Kate Gilmore’s performance for the camera, Higher Horse (2008), finds the artist attempting to hold her ground  against two menacing  men who are aggressively crashing and smashing a pile of concrete blocks the artist stands atop of. . The artist’s signature use of bright colors to accent or add drama to the actions is visible, revealing a power struggle between social conditioning and expectations. In an interview I did with Gilmore for the exhibition Energy Charge: Connecting to Ana Mendieta at ASU Art Museum in 2017, she stated, “Making work as an artist, we need to be heard, tell our story, let people in. However one can best do this, needs to be done. We can’t bow down.”

Choke (2005) is part of Jennifer Locke’s wrestling series, in which she creates constructed situations critiquing the “male” gaze. She flips traditional gender roles on their head by participating as the subject, spectator and producer of the film. Her durational performance works are constantly pushing physical and mental boundaries, often drawing from her experiences as a dominatrix, wrestler, and artists’ model.

Returning A Sound (2004) by Allora & Calzadilla counters the sonic violence imposed on Puerto Rico by US military exercises over the course of 60 years. In the video, a local activist drives through the landscape on a moped whose muffler was replaced by a trumpet—giving voice back to the locals through an improvised soundtrack. 

In Crygasm (2010), Marco Rios turns the camera on his own inability to cry to create a “moving” self-portrait. Letting the floodgates run wide open, the image accumulates into a monumental statue. The artist uses his personal experiences, desires, failures and longing, alongside humor, to address more solemn issues of death and despair. 

The Last Post (2010) is Shahzia Sikander’s mind bomb that illustrates an undoing of time. Layered with drawings and paintings, the artist creates a desolate and beautiful journey through time and space. The work opens with the image of a miniature painting of a colonial figure, which slowly dissolves in a hallucinatory vision that takes the viewer on a voyage through history to the period of the British Opium trade with China and the subsequent wars. The work includes an original soundtrack  by Du Yun.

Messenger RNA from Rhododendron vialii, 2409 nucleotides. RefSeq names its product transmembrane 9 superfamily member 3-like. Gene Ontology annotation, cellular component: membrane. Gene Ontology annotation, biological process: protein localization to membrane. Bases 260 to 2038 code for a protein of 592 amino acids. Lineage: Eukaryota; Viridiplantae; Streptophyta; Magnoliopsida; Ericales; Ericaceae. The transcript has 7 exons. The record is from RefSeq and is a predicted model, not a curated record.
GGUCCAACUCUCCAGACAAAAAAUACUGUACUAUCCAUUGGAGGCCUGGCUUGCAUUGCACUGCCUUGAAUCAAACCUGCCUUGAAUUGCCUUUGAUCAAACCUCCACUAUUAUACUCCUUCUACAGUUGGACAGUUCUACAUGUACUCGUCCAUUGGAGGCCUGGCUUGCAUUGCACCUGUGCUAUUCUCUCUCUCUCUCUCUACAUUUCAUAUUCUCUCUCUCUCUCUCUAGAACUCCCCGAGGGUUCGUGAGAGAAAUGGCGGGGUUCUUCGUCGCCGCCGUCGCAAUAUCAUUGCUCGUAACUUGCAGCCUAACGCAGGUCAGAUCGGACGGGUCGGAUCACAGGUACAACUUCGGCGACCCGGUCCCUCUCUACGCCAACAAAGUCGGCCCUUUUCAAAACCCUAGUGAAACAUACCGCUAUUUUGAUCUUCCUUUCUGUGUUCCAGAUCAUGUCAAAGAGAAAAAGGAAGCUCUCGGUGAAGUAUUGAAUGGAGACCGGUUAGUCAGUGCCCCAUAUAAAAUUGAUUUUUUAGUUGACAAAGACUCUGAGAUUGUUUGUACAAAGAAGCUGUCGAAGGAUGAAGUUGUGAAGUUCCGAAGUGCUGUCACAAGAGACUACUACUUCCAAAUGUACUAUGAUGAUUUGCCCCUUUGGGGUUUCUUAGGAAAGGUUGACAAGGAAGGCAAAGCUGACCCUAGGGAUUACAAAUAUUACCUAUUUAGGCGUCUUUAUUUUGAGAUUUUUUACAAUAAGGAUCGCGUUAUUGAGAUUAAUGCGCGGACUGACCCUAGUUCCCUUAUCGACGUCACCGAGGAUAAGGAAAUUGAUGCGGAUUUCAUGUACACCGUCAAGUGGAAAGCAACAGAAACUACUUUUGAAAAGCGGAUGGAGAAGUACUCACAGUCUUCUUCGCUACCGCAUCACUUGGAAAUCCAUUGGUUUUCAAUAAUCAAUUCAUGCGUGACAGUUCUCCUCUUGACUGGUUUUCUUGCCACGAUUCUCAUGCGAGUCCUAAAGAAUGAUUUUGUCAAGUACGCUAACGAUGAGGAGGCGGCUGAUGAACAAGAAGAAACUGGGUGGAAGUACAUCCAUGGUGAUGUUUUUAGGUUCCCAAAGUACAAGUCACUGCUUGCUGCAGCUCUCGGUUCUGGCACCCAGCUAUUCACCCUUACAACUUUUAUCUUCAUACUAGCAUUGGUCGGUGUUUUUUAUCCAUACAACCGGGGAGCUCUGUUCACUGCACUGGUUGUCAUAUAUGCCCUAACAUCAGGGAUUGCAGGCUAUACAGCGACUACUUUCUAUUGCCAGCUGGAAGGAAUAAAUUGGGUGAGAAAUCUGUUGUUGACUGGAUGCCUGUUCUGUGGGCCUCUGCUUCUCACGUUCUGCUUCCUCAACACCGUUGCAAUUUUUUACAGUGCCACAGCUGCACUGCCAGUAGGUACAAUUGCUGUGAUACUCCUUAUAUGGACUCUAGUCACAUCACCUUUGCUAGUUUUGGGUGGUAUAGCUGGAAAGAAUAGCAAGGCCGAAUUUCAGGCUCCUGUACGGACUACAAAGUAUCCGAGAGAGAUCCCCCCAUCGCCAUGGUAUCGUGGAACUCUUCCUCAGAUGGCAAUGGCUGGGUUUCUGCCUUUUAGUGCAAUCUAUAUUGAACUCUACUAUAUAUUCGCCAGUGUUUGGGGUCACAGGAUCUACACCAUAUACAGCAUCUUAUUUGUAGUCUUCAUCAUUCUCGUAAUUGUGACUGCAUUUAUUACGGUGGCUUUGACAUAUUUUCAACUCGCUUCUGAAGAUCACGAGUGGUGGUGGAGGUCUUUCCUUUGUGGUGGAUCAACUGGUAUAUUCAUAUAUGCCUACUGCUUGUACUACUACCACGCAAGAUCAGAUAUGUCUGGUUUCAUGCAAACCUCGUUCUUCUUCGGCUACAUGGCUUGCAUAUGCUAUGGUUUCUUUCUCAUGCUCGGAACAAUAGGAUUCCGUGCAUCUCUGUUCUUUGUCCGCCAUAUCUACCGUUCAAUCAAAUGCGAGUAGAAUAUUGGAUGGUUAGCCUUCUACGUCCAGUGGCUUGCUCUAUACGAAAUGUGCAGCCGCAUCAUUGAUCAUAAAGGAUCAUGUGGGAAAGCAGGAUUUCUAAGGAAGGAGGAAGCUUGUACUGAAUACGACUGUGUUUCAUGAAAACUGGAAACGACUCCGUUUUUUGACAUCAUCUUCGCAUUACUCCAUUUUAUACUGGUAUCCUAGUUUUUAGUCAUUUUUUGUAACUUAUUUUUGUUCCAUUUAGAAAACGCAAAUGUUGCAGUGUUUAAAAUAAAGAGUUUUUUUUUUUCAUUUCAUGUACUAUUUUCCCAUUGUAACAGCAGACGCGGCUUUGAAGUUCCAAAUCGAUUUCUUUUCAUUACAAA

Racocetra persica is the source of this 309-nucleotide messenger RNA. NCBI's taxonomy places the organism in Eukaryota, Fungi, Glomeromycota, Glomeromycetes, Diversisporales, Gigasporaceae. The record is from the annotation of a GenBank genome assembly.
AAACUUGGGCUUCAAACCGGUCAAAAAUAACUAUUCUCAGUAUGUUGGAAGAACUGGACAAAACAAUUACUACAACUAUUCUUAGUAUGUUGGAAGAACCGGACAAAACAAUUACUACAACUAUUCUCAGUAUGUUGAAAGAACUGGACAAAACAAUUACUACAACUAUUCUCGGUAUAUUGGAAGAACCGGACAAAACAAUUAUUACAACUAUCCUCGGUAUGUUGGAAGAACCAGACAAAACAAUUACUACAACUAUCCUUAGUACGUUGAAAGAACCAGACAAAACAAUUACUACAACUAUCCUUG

Petra Cortright’s post-internet video, Sickhands (2011),  is an alternative self-portrait that utilizes mundane consumer electronics to create a cheap visual trick that is alluring and addictive to watch. The work references  the transitional fidelity of analog video to the 1990’s introduction of digital tape that led to non-destructive editing. 

Borrando La Frontera (2011) is Ana Teresa Fernández’s artistic breakthrough in which  she connects her painting practice to her video and performance works for the first time.  Fernández’s work is the result of the simple gesture of painting the border wall between Mexico and the United States to match the color of the sky peeking through the slats, so that when viewed at a certain angle the fence blends into the landscape behind it and simply disappears. The performance is a poetic and political tour-de-force  that comments on  immigration rights, female empowerment, and the abolition of border walls.  

Negro sobre Negro (Black on Black) (2008) and Blanco sobre Blanco (White on White) (2014) by Javier Castro, are videos shot with available natural light in the style of documentary street photography, and reveal two subjects with different colored skin. The short videos question what it means to “come to the light,” to be in focus or out of focus, what are the ramifications of having black or white skin?  The abstract portraits probe the power dynamics associated with privilege and how they play out in identity politics.

– Julio César Morales